Polly brought home an exercise from her weekly gifted and talented session at school last Wednesday. The exercise contained three challenges, each of which involved taking a shape made from toothpicks and moving a couple of sticks around to make a new shape. They had done the first two problems at school and after showing them to me and having me try them out, Polly proudly told me their solutions, one of which she had come up with all on her own. The third problem was intended for her to work on at home. Feeling confident, she dove in and fiddled with the toothpicks, moving them in and out and around for a good ten to fifteen minutes without success. Eventually she got frustrated and walked away. She said that she’d try it again tomorrow, but I wasn’t sure she actually would. She was stuck and couldn’t see a way forward. I had a flashback to a man hanging from the rafters with a puddle of water beneath his feet.
            The next day after school, I asked Polly if she wanted to try the puzzle again. When she demurred, I knew what would happen. She wouldn’t touch the puzzle again until the following week when the teacher or some other student would present the solution. Then Polly would bring it home to us, and happily show us how it’s done, having learned from the exercise that if you wait long enough, someone else will give you the answer.
            That was not the lesson I wanted her to have, so I had her sit down with me and together we worked through the problem. While I knew what the answer was, I wasn’t that concerned with getting her immediately to it. I wanted to walk her through the process of thinking, to give her some directions about how to map out a systematic breakdown of the problem when her first brainstorming stabs did not meet with success. Ultimately, she already knew what she needed to do – take each stick in turn and move it around until she found the one that made the shape work – but she needed me to help keep her focused on doing that process one complete step at a time.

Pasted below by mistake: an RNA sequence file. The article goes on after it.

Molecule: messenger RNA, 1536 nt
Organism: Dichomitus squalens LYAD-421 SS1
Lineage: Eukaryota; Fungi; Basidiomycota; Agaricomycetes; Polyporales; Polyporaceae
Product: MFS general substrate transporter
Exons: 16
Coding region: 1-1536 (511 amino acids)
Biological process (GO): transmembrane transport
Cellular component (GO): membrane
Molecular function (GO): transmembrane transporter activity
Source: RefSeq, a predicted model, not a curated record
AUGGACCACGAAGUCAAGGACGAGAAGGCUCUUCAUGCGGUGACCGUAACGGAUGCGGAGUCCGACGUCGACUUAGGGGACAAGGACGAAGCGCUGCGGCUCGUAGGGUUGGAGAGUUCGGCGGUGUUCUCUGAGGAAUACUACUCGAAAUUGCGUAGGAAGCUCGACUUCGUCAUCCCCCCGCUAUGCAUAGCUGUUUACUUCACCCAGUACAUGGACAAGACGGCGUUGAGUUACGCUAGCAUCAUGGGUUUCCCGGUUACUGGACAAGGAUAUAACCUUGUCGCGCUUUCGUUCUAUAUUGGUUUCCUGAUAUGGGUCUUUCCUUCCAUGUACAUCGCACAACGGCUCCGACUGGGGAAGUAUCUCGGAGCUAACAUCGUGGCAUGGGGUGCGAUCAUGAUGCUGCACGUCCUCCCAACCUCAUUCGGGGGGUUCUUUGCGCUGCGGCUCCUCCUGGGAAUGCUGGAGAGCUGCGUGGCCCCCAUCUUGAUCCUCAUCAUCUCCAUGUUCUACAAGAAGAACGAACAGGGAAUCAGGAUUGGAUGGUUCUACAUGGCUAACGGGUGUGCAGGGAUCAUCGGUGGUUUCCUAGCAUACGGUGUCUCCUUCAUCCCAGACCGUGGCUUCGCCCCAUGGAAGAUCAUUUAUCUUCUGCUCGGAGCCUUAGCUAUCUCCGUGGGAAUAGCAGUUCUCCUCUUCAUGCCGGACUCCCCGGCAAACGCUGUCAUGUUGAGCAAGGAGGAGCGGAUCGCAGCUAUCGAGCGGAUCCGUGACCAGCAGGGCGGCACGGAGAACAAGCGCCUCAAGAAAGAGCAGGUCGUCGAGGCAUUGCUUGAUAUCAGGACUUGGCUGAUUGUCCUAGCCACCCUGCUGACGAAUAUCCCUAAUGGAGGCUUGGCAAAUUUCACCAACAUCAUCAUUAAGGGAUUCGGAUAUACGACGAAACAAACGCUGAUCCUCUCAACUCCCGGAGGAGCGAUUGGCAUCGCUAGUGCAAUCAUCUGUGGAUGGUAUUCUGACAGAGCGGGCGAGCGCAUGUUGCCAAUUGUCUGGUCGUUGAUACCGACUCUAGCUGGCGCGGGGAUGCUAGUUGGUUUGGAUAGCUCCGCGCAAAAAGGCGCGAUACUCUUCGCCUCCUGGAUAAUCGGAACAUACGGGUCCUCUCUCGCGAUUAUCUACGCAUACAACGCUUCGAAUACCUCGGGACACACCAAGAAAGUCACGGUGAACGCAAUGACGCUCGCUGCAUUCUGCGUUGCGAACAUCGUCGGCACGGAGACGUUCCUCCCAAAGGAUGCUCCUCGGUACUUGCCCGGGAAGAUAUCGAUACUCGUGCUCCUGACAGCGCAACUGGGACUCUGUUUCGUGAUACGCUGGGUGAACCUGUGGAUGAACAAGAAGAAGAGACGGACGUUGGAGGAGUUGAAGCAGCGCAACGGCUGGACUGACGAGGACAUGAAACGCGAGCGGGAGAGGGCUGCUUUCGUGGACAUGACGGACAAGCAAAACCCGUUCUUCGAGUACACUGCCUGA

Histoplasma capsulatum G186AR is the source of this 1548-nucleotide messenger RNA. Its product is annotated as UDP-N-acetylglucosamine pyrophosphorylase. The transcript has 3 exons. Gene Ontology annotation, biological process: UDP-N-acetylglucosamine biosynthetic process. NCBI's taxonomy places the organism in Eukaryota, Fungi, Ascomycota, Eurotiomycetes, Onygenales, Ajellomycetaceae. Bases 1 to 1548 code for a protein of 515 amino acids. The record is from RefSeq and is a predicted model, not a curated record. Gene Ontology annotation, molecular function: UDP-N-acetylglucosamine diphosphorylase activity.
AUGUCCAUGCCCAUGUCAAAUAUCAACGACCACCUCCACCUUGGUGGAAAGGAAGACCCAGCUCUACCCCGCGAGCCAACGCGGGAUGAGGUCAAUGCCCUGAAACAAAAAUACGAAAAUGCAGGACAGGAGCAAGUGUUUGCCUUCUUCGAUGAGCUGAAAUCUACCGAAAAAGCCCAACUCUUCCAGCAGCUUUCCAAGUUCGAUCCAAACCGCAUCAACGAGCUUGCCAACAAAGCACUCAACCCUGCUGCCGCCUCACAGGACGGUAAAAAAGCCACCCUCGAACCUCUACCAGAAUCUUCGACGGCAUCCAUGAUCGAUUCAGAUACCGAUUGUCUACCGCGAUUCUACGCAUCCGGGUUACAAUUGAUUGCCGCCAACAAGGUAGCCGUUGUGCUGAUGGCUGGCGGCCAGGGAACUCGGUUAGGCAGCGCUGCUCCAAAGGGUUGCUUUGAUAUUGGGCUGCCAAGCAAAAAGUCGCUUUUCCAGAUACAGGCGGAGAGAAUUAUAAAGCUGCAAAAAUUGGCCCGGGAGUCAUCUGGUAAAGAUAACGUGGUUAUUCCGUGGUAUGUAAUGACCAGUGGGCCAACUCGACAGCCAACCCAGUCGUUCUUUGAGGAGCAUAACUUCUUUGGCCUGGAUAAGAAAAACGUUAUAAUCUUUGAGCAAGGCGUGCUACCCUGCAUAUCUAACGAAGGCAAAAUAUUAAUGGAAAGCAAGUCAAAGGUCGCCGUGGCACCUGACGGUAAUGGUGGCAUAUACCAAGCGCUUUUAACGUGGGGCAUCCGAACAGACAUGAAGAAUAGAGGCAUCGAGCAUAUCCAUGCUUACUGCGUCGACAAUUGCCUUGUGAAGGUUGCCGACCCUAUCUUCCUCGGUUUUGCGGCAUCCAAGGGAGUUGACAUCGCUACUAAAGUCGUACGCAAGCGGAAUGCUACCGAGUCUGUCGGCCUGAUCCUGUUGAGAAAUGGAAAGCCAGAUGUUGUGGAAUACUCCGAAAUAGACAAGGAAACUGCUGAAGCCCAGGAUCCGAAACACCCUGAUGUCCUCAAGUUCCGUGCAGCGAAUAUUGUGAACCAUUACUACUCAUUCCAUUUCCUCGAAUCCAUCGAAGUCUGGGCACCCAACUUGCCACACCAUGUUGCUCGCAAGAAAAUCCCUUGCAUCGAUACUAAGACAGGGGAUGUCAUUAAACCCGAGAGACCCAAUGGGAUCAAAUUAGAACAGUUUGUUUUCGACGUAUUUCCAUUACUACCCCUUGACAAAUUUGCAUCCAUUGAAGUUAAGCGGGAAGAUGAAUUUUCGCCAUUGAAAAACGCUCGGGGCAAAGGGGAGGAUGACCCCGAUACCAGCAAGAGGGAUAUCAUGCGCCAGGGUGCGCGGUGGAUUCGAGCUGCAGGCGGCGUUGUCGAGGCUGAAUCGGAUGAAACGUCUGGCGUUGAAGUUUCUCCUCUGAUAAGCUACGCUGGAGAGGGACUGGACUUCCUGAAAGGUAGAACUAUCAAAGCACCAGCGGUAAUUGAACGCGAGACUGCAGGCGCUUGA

Eventually we found the right stick. The moment she slid that toothpick into place Polly could see the shape emerge in front of her, and she jumped up from the table to do a little dance. She was so proud of what she’d accomplished, proud that after being frustrated by the problem the day before she came back to it and was able to find the solution, proud of the idea that she was a person who could solve these kinds of problems.
I don’t know whether in that moment of exaltation she consciously remembered exactly how she’d gotten to the solution, that it wasn’t an act of magic but one of systematic elimination that had finally gotten her there. She’s six years old and even for adults such distinctions can vanish very quickly. However, it gladdened my heart to find her working a jigsaw puzzle later on that weekend and filling in the pieces line by line.